What Insurance Does Your Charity Need?

15 March 2021 - Shirley Greer

Just like a commercial enterprise, charities have a legal duty to protect their people, assets and resources. To do that, they must take out insurance policies that cover them against the specific risks they face. Charities come in all shapes and sizes, so the policies they need to protect them against potential loss, damage and liability arising from their day-to-day activities will differ.

In this guide, we’re going to take a look at the various insurance policies UK charities should consider, from compulsory covers to the optional policies that provide peace of mind.

Does your charity need insurance?

Yes. You are required by law to protect your charity’s people, assets and resources. It’s also a legal requirement to put specific cover in place if your charity:

  • Employs staff or has volunteers
  • Operates vehicles on public roads

There are also several other covers that, though not a legal requirement, still provide important protection against many of the other risks your charity may face.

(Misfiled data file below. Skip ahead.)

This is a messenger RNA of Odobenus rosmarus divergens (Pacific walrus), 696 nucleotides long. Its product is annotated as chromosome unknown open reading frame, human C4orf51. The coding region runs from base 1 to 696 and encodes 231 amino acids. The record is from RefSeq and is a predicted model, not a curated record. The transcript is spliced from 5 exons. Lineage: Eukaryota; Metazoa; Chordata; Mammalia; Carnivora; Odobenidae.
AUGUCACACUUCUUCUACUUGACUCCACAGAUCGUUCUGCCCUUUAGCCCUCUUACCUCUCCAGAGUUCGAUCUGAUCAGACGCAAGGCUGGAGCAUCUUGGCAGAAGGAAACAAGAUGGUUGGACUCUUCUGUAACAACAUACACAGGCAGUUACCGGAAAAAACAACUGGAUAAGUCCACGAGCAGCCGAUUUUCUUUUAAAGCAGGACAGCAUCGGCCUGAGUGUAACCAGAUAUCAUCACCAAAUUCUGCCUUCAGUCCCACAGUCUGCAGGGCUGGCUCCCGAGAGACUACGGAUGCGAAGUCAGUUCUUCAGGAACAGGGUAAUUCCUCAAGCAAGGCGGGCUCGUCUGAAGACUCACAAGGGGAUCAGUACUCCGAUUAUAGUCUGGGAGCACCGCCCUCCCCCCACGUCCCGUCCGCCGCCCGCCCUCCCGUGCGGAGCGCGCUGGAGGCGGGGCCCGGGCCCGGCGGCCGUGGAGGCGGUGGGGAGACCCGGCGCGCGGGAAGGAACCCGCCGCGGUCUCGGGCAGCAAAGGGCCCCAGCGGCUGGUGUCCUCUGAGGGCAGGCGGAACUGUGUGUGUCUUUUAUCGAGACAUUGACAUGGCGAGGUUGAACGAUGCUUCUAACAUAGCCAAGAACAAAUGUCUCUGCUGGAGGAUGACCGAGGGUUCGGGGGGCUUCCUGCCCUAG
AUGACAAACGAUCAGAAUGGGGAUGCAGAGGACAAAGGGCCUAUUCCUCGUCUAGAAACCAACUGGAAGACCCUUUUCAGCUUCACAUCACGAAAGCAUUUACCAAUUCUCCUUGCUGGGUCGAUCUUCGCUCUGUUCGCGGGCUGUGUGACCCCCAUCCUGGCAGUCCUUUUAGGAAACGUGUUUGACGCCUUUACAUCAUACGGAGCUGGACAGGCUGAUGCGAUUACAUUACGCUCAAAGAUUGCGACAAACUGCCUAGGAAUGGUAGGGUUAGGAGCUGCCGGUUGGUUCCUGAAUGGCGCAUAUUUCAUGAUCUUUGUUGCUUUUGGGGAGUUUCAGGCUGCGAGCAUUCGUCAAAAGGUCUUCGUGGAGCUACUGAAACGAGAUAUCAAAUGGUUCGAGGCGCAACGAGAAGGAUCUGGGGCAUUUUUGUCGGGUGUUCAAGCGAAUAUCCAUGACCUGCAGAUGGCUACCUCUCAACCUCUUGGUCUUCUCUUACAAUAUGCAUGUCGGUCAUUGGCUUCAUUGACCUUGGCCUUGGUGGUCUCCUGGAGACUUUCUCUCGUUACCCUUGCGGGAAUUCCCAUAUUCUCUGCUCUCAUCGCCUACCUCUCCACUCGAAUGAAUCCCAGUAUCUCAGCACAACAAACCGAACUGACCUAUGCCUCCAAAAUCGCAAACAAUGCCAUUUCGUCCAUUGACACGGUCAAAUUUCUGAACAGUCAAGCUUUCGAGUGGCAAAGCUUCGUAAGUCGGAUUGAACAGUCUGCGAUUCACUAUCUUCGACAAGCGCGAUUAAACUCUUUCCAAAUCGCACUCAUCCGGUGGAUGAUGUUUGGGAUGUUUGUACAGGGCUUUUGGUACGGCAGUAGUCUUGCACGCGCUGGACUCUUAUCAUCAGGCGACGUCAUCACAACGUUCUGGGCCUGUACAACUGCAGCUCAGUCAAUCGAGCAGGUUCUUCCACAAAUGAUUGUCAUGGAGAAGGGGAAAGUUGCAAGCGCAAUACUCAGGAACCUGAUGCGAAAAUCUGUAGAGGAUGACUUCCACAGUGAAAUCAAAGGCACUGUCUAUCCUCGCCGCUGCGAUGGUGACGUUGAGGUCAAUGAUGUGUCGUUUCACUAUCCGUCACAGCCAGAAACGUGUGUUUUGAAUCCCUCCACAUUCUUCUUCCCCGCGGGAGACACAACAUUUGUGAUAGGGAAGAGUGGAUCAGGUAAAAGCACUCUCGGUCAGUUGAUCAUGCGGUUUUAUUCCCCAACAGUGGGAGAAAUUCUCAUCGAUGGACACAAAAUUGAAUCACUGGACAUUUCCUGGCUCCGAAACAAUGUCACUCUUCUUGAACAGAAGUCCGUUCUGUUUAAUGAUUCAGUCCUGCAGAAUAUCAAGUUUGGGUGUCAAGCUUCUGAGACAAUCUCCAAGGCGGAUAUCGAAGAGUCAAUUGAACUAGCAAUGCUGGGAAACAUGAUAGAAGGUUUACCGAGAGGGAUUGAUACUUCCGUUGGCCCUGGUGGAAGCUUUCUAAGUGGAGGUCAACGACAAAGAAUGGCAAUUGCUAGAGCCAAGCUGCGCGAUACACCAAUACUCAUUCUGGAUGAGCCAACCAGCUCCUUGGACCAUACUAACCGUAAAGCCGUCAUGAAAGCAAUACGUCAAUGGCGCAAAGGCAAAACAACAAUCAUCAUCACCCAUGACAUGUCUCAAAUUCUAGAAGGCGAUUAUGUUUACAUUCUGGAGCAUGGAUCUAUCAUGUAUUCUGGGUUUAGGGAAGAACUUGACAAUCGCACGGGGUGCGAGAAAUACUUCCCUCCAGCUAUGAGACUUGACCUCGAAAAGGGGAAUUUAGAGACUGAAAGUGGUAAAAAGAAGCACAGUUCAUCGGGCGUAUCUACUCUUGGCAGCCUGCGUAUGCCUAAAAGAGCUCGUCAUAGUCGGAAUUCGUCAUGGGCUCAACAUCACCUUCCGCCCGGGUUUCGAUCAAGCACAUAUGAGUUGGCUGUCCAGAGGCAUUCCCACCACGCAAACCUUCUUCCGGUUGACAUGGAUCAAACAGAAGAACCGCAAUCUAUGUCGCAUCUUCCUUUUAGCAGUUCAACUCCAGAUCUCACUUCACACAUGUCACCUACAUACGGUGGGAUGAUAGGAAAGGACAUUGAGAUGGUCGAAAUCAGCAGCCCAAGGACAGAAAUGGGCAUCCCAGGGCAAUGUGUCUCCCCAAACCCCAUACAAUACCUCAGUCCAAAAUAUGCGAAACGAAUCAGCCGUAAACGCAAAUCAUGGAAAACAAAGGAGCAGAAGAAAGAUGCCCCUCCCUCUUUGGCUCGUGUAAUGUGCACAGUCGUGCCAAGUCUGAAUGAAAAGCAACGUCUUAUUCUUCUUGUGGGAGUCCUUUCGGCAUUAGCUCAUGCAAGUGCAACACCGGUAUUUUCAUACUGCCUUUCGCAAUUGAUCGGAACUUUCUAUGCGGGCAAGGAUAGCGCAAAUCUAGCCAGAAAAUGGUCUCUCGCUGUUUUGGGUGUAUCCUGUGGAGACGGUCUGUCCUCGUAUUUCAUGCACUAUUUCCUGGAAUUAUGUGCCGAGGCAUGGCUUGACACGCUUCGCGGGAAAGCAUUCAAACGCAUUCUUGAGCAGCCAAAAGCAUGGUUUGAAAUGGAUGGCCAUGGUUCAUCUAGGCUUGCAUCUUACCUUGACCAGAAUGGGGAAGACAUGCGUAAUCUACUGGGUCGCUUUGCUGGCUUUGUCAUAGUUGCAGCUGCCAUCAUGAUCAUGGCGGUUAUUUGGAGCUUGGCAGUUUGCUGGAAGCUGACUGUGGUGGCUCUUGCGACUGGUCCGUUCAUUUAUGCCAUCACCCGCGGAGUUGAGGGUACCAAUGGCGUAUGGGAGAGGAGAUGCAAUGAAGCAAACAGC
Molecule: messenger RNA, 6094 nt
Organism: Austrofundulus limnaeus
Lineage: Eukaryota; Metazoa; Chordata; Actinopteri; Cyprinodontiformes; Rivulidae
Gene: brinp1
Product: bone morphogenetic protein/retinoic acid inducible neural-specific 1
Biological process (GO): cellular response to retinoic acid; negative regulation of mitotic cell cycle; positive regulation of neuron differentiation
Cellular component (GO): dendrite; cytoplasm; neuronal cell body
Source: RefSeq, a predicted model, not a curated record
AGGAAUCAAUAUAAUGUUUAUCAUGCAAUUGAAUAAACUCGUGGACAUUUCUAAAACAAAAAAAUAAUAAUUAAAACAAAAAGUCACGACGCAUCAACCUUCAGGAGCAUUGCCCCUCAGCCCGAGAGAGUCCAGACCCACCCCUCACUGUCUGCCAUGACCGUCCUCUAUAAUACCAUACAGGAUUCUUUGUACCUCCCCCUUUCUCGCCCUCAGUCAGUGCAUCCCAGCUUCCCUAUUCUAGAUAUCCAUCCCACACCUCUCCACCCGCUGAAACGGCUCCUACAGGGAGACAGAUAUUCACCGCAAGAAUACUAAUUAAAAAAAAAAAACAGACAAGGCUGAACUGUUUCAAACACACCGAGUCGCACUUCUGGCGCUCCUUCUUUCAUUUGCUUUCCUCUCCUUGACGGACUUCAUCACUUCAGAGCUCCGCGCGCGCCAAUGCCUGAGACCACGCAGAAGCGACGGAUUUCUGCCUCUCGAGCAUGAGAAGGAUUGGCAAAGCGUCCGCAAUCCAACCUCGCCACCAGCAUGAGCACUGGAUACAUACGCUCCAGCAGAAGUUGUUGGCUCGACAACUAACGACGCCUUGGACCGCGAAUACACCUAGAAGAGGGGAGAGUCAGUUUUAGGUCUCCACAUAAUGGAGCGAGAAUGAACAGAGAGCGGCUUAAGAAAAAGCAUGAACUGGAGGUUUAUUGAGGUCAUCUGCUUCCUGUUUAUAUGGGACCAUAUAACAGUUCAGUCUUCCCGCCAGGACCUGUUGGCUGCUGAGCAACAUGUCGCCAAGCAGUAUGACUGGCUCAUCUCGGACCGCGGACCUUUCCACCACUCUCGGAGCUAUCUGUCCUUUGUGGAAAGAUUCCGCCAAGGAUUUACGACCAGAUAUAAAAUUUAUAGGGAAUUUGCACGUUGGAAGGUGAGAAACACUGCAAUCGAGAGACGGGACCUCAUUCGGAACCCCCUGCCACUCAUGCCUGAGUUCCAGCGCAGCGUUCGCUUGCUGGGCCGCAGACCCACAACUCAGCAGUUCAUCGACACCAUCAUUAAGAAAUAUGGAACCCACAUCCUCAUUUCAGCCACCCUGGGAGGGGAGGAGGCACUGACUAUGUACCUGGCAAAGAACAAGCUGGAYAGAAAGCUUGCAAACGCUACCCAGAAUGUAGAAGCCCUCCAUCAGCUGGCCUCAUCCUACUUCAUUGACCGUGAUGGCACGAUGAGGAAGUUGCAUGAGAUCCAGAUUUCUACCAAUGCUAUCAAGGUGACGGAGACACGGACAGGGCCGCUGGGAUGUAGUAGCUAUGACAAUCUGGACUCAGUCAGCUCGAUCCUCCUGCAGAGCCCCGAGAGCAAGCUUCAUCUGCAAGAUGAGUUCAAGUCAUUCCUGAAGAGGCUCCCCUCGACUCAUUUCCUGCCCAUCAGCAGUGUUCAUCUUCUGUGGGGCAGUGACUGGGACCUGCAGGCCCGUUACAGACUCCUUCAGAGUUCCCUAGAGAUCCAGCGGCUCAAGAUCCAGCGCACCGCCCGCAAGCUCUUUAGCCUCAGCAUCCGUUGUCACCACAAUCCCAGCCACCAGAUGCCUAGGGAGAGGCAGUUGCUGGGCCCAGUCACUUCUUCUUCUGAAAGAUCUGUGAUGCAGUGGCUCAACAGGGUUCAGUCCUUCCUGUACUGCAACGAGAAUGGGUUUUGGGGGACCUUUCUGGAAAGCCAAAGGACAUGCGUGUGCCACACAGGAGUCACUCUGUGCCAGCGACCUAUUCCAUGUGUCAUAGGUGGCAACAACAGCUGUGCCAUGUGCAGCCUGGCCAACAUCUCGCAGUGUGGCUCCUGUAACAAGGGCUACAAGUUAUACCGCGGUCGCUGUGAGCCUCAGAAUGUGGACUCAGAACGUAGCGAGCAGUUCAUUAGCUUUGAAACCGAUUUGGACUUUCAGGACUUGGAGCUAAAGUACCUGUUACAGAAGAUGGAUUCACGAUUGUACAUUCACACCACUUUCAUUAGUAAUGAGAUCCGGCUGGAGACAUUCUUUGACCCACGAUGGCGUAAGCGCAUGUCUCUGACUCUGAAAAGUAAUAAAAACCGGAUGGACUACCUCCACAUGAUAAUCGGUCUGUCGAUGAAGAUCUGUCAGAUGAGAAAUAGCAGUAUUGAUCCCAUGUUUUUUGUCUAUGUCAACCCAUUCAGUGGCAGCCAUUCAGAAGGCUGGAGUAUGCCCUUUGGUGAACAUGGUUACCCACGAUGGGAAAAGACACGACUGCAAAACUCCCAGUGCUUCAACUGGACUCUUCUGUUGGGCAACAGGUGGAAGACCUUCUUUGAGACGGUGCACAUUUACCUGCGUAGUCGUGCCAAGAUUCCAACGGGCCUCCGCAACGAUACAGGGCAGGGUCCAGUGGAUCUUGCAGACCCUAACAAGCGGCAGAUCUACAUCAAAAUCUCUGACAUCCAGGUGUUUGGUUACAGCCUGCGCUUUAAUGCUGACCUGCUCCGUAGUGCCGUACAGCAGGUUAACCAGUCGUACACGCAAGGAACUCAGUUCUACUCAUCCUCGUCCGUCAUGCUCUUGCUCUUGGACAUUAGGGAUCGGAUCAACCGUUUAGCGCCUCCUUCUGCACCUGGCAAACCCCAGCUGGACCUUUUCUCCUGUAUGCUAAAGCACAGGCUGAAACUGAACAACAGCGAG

Why do charities need insurance?

Just like businesses, charities carry numerous risks. The specific risks charities face will depend on the activities they’re involved in, how they’re run and who is involved. As described above, in some cases, you are required by law to have insurance cover to protect you against those risks. However, even when it’s not a legal requirement, it’s still strongly recommended to have cover to protect the charity’s money, reputation and property.

If you’re not sure what policies your charity needs and whether they fall into the must-have or nice-to-have bracket, it’s well worth making a call to one of the specialist charity insurance brokers here at Scrutton Bland. We will ask a few questions about your charity to get an accurate picture of your requirements.

We will want to know:

  • Whether you rent, lease or own your premises
  • How many employees and/or volunteers you have
  • If you deal with third parties or members of the public
  • If you have shops or retail premises
  • Whether you run events, either regularly or occasionally
  • The type of equipment you have, such as furniture, vehicles, computers & stock
  • What employee or customer data you hold
  • The sort of activities you provide for your service users and the general public

Once we have a good idea of the type of charity you run and the risks you face, we will take you through the different covers that are available to you.

What types of insurance do charities need?

  1. Employers’ liability insurance

If your charity has even just one paid employee, then it is a legal requirement to have at least £10 million of employers’ liability cover in place. Failure to do so could lead to a fine of up to £2,500 for every day that you are not insured.